Department of Electrical Engineering - Columbia University

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ELEN E4896 - Spring 2016


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Columbia Courseworks E4896


This page contains descriptions and instructions for weekly practical sessions.

Weds 2016-01-27: Plucked string

[plucked_string screenshot]

This week's practical looks at the Karplus-Strong plucked string simulation in Pure Data (Pd). The general pattern of these weekly practical sessions is to give you a piece of code to start with, then ask you to investigate some aspects, by using and changing the code. However, the areas to investigate are left somewhat open, in the hope that we'll each discover different things -- that we can then share.

We start with demo_karpluck.pd, my wrapper around Loomer's karpluck~.pd. In addition to the keybd.pd patch used to provide MIDI-like controls from the computer keyboard, this one also uses grapher~.pd to provide an oscilloscope-like time-domain waveform plot, and plotpowspec~.pd (based on the original by Ron Weiss) to provide a smoothed Fourier transform view. You can download all these patches in, then open the demo_karpluck.pd patch to run the demo.

This patch provides three main controls for the sound of the plucked string:

  • the "Click width", which determines the duration of the noise burst fed into the digital waveguide to initiate the note;
  • the "Decay constant", which scales the overall amplitude of the reflected pulse in each cycle; and
  • the "Feedback lowpass", which is an additional attenuation applied to higher frequencies.

To get going, try playing with these three parameters to see what kinds of "real" sounds you can approximate. Can you put "physical" interpretations on these parameters?

Here are some things to try:

  1. In addition to playing with the exposed controls, you can always modify the "innards" of the karpluck patch. For instance, the feedback lowpass is implemented with a lop~ object in the body~ subpatch of karpluck~. Can you change the order of this filter? Or its type (see lp2_butt~)? Can you explain these effects?
  2. Can you set a slower attack and delay for the envelope of the noise burst generated by excitation~ subpatch of karpluck~? How does that affect the sound?
  3. Adding a low-frequency modulation of around 4 Hz over a range +/- 500 Hz to the feedback lowpass can give a nice, subtle vibrato/tremolo effect. Can you do this? You can use [osc~ 4] to generate a 4 Hz low-frequency modulation waveform, but you'll then need [metro 20] and [snapshot~] to sample it every 20 ms and convert it into a "control" (hollow box) signal.
  4. One of the nice things about the waveguide physical models is that they can support different kinds of interaction. For instance, on a real string you can get harmonics by damping (touching) exactly half way along its length. You might be able to approximate something like this by having a variable, nonlinear attenuation at a fixed position in the the delay line (a linear attenuation would simply commute and not matter where you put it). Can you implement something like this?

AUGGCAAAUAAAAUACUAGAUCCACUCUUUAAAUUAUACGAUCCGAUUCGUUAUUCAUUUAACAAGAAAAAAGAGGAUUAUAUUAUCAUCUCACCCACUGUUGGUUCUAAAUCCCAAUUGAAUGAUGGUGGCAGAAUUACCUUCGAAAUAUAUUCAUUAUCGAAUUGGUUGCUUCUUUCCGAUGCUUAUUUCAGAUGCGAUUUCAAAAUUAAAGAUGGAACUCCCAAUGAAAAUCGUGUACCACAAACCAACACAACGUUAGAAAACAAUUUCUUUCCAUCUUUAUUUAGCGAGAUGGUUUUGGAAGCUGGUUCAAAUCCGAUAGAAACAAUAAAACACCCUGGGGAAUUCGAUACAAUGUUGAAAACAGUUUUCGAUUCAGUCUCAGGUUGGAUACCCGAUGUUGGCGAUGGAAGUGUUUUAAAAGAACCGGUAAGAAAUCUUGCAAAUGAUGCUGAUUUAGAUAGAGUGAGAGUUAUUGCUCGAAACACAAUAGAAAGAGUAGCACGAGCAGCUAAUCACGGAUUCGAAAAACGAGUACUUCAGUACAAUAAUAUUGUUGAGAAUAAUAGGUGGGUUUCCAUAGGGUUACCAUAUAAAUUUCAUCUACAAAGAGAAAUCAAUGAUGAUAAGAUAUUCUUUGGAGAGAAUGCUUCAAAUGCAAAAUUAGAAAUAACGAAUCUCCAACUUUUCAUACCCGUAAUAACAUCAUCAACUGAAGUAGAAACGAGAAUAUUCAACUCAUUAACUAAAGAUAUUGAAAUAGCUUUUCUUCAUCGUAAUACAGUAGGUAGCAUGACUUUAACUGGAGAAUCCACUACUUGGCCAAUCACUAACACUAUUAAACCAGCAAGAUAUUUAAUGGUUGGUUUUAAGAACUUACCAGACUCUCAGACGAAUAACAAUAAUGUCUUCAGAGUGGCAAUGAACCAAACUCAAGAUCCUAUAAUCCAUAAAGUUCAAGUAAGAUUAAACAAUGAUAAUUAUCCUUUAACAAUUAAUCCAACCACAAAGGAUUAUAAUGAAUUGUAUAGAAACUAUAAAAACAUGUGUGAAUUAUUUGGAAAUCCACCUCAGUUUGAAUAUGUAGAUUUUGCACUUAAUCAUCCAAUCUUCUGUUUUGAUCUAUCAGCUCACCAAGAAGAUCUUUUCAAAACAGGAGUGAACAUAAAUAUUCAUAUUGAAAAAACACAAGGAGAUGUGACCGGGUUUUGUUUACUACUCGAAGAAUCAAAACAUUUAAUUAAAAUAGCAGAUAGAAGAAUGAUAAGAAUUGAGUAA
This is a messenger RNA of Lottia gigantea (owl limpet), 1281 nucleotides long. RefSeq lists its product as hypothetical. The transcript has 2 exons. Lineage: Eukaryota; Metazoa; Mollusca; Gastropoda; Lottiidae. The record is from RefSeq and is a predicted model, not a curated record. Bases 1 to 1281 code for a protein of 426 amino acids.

5. The string model is the simplest waveguide model. Instruments like clarinet and trumpet can also be simulated, but need a nonlinear energy input simulating the reed or lips (see for instance this paper on clarinet modeling by Gary Scavone). I haven't yet found a good implementation of this for Pd, but it would be an interesting thing to look for and/or try.

Credit: To be credited with completing this practical, you'll need to show one of the teaching staff a working instance of one of these suggestions.

Followup: During class, I modified karpluck~ to support a few extra parameters: a single low-pass filter applied to the excitation (to get low-pass noise initialization instead of white, like using a softer pick), and tremelo depth and modulation rate, to modulate the feedback low-pass to give a kind of tremelo/vibrato effect. See karpluckvib~.pd and demo_karpluckvib.pd .

Weds 2016-02-03: Filtering

[demo_filters screenshot]

Last week we looked at a fairly complex structure built in Pd. This week, we'll back up a bit and play with some simple filters within Pd.

Pd provides a range of built-in filtering objects: [lop~], [hip~], [bp~] (and its sample-rate-controllable twin [vcf~]), the more general [biquad~], and the elemental [rpole~], [cpole~] and [rzero~], [czero~] (see the filters section of the Floss Pd manual, and the Subtractive Synthesis chapter of Johannes Kreidler's Pd Tutorial).

The patch demo_filters.pd provides a framework to play with these filter types. It uses playsound~.pd to allow you to play (and loop) a WAV file, select4~.pd to select one of 4 audio streams via "radio buttons", and plotpowspec~.pd (slightly improved from last week) to plot the running FFT spectrum, as well as the [output~] built-in from Pd-extended. You can download all these patches in

Try listening to the various sound inputs provided by the top [select4~] through the different filters provided by the bottom [select4~]. Try changing the cutoff frequency with the slider (as well as the Q of the bpf with the number box); listen to the results and look at the short-time spectrum. You can try loading the speech and guitar samples into the [playsound~] unit to see how filtering affects "real" sounds (click the button at the bottom right of [playsound~] to bring up the file selection dialog; click the button on the left to play the sound, and check the toggle to make it loop indefinitely).